As a construction professional who did lots of research into energy efficient home design, I learned that insulation is the name of the game. On the first 30 homes we built, we installed separate electric meters on 5 or 10 different circuits to find out how much energy is consumed by different systems or appliances. We also designed active, passive, and hybrid solar homes, and experimented with all kinds of things in an effort to find out what’s worth doing and what’s not. The main thing we discovered is that insulation is the biggest factor in constructing an energy efficient home. Yes, you can gain 10% savings if the windows face south and the overhangs are correctly sized (and more if you live in an area of the country that has 300 days of sunshine and can get a solar water heater installed economically), but the most important factor is to limit conductive losses and air infiltration. This means insulating voids that are often overlooked during framing (corners, tees, headers, etc), and sealing the envelope and openings with tape, caulk, and foam.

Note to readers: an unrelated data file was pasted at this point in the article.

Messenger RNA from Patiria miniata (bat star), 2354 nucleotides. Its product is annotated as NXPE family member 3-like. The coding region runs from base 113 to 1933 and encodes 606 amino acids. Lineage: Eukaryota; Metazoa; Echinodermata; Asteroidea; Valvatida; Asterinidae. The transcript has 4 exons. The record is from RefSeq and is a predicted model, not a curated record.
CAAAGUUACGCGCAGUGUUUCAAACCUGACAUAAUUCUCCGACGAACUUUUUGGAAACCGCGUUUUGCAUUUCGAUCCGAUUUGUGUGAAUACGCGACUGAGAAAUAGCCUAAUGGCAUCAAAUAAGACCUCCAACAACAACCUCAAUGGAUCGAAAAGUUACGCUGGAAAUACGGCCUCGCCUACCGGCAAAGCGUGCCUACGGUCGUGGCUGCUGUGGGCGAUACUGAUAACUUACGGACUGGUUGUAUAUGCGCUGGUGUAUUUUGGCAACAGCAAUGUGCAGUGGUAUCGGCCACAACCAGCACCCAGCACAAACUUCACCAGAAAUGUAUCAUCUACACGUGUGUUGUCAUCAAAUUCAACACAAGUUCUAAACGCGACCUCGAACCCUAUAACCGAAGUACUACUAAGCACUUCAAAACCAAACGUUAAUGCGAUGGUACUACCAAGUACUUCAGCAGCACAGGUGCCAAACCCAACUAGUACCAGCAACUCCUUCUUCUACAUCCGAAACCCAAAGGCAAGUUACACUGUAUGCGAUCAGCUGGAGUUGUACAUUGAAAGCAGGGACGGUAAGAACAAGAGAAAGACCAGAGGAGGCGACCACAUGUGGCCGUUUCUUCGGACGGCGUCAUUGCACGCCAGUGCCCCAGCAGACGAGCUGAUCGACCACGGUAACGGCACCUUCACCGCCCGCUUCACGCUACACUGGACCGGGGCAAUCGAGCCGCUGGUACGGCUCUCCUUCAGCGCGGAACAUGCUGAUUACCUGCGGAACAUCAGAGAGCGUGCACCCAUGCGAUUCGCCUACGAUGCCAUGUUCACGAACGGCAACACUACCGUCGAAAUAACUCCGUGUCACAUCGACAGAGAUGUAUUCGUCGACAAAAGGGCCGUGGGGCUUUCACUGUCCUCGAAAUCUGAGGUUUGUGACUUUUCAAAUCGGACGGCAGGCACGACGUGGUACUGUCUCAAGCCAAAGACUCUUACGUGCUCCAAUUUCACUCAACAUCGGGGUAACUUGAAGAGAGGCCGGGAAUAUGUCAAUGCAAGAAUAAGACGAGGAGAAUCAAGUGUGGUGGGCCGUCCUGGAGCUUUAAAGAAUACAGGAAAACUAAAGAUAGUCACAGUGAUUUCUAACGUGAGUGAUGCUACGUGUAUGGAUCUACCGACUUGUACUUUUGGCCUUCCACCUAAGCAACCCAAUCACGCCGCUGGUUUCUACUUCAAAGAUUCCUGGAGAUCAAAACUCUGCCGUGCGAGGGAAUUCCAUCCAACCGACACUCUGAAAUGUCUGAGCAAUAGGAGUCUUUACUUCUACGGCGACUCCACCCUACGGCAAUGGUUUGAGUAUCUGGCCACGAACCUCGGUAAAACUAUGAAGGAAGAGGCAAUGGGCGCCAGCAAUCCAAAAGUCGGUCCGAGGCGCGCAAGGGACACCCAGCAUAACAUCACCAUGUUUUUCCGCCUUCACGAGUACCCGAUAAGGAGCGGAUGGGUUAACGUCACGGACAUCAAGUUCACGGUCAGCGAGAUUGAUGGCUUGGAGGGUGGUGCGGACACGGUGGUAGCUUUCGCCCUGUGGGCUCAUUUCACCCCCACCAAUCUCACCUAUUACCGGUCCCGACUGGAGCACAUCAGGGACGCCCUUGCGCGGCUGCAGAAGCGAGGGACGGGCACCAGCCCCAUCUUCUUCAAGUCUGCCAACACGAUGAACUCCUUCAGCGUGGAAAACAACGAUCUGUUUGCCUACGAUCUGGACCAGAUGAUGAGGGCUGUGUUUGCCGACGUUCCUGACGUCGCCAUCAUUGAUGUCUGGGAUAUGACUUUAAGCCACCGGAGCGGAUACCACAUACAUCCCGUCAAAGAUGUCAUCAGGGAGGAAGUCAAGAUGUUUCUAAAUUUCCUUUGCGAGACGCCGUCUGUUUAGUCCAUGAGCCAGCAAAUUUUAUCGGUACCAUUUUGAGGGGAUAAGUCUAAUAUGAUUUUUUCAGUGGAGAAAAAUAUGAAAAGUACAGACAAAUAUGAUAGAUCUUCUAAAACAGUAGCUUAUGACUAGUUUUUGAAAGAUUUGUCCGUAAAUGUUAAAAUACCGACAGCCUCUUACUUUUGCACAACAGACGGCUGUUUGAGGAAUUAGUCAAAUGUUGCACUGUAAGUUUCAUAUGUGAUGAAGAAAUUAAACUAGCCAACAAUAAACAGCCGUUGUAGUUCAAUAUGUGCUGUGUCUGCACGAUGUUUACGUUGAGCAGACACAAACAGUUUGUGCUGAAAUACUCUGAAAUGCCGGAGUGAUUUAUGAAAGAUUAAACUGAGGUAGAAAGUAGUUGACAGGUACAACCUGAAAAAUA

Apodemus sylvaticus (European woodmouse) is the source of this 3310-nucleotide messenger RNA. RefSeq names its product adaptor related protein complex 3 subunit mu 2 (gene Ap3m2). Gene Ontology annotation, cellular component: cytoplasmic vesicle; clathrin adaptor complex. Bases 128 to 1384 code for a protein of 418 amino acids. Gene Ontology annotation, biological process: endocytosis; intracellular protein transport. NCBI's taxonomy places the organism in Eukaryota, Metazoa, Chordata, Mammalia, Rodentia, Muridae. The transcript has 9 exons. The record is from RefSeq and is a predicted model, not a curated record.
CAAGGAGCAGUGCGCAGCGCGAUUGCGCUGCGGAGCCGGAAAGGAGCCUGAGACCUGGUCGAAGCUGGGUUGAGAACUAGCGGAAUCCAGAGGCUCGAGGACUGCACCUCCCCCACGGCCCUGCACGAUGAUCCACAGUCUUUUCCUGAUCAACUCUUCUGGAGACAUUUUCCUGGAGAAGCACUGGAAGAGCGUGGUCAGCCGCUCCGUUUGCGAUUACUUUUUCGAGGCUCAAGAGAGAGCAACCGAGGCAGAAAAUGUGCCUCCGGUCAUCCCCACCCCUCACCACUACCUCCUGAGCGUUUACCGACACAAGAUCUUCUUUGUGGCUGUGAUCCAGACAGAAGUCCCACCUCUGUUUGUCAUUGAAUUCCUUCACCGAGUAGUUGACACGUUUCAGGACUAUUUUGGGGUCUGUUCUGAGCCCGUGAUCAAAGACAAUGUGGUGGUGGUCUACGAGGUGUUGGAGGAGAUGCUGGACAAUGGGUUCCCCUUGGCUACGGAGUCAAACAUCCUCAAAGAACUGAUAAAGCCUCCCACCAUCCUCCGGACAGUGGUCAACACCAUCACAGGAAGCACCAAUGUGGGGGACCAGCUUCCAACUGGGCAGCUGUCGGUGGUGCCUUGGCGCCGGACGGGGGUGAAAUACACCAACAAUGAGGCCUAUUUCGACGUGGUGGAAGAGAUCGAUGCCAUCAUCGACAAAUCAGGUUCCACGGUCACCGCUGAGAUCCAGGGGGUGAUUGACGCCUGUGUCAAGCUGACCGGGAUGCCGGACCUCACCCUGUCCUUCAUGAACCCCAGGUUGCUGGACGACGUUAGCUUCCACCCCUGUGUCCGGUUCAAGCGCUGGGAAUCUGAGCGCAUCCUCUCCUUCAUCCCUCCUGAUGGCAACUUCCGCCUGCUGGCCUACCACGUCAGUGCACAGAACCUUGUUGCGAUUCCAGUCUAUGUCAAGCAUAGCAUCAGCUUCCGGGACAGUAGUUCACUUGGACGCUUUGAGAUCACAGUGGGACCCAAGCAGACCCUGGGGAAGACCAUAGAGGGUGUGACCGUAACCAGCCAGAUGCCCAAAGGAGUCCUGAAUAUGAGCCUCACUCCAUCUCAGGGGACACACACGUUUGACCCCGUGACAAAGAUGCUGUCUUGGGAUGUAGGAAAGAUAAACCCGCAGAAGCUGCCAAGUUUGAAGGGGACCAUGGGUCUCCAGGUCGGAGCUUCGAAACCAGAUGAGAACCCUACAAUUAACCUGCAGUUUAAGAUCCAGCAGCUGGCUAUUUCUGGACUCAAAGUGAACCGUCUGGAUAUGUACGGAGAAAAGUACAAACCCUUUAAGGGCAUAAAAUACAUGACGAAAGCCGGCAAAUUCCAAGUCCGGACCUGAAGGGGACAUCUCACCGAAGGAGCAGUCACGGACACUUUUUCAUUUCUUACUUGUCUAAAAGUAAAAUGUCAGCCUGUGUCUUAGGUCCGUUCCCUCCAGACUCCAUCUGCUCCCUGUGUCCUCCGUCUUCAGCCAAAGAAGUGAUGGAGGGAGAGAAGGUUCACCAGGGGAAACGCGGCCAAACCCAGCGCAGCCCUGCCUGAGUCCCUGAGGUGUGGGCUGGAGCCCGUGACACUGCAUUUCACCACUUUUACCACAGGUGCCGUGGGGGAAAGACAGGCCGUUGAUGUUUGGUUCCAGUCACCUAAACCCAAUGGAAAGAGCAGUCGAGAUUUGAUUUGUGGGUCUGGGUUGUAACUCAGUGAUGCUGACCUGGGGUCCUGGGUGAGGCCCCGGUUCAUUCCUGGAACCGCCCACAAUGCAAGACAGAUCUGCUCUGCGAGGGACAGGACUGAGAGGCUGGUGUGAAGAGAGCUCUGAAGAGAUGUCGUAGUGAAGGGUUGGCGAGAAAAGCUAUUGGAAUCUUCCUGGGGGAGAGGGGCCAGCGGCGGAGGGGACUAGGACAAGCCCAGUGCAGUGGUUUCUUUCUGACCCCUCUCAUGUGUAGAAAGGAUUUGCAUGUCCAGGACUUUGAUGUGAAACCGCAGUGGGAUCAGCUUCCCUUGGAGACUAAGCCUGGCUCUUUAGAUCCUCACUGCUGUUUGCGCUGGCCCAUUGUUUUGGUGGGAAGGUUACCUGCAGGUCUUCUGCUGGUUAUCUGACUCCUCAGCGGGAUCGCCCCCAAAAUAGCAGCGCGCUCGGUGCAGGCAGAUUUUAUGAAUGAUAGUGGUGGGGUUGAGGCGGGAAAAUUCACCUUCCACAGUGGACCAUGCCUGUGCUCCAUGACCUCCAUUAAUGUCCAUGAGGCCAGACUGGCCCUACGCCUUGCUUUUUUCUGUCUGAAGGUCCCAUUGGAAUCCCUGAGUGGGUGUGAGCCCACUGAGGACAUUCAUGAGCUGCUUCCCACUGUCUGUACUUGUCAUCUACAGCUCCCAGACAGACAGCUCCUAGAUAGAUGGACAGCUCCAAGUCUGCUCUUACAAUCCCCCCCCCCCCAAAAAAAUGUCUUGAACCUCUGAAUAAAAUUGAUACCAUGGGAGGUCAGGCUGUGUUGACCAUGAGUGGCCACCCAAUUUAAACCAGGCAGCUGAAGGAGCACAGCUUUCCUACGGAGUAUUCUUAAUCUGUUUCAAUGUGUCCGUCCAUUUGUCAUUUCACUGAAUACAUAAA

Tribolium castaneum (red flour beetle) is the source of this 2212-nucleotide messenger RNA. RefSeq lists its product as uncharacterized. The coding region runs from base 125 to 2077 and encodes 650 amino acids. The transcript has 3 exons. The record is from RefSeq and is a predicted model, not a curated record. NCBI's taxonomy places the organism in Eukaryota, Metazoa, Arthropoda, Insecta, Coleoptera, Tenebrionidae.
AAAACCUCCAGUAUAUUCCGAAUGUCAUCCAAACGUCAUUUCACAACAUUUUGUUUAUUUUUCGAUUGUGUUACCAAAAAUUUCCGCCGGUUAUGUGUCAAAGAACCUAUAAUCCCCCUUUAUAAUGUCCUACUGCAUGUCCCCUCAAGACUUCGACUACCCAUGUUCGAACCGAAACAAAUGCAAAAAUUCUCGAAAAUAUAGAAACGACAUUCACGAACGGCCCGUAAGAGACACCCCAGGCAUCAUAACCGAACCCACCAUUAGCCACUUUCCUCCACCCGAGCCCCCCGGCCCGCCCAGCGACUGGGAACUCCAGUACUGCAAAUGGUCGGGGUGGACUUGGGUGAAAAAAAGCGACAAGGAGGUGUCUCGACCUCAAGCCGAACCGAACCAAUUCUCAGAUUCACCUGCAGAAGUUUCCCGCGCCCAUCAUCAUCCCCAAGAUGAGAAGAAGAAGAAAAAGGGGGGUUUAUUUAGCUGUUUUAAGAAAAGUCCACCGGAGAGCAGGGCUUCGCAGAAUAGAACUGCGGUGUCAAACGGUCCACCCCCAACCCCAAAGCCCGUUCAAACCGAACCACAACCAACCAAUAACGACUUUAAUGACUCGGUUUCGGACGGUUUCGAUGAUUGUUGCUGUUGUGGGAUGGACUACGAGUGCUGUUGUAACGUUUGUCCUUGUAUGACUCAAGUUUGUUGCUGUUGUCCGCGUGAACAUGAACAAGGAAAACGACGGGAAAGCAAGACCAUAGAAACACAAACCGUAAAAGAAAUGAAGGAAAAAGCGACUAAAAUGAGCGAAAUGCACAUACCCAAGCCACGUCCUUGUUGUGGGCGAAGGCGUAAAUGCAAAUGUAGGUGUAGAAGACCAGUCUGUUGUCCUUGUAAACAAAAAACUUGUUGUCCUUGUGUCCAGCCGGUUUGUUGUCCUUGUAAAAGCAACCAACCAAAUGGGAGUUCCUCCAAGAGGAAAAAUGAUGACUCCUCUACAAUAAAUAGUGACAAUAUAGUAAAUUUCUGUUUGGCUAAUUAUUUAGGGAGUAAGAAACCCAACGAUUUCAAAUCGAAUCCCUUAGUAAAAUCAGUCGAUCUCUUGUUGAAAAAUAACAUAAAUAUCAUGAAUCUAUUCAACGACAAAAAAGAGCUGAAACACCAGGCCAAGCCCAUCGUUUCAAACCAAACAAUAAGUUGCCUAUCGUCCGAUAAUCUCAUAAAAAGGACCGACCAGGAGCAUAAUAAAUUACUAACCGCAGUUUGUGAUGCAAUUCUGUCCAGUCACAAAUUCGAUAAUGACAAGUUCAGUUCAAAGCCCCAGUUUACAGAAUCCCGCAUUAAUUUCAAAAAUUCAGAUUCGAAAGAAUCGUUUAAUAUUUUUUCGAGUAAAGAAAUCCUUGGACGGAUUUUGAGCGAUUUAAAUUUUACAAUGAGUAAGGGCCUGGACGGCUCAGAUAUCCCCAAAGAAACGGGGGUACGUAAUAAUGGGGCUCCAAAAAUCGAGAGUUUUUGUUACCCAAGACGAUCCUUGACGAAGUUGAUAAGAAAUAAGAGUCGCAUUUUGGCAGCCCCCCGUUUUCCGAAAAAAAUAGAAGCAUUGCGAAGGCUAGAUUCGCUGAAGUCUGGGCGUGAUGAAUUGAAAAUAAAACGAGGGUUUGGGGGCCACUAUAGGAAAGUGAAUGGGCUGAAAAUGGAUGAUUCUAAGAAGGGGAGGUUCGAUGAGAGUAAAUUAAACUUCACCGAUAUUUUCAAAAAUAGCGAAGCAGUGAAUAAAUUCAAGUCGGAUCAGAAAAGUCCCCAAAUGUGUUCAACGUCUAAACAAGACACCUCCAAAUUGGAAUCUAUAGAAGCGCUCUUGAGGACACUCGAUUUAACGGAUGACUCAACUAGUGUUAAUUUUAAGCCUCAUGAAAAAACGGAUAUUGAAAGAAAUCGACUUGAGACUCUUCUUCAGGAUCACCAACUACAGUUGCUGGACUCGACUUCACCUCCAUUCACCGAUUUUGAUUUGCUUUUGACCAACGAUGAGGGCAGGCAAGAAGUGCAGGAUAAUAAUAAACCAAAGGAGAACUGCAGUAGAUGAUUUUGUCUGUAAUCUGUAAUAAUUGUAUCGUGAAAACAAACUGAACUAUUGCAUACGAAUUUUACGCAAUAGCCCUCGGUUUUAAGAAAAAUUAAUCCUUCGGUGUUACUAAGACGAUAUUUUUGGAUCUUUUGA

For existing homes, super-insulating a water heater has the fastest payback of almost any DIY project (six months or less), but be sure to learn the technical details about this before doing so. Older water heaters are poorly insulated, so simply wrapping another layer of R-13 batt insulation around the unit is easy, fast, and pays off fast. With electric heaters, be sure not to restrict the pop off valve and leave access to the elements. With gas water heaters be sure not to restrict the air intake (research this on the internet).
Adding attic insulation can also have a rapid payback (because it settles over time), and some electric utilities offer special credits for doing so.
Attic access stairways or hatches are often a dead conductive heat loss area, so installing an insulating blanket over those areas can significantly improve the energy performance of a home. Leaving those areas uninsulated (which is common on most homes) is like leaving a window open into an otherwise tight structure.
Most people know about LED lighting and fluorescent lights, but many people don’t know that many older refrigerators can consume $30 in electricity per month.
If your utility company offers a free energy survey, request one, because it can be an eye opener, and some of the upgrades in insulation that they may recommend can dramatically lower your annual energy costs.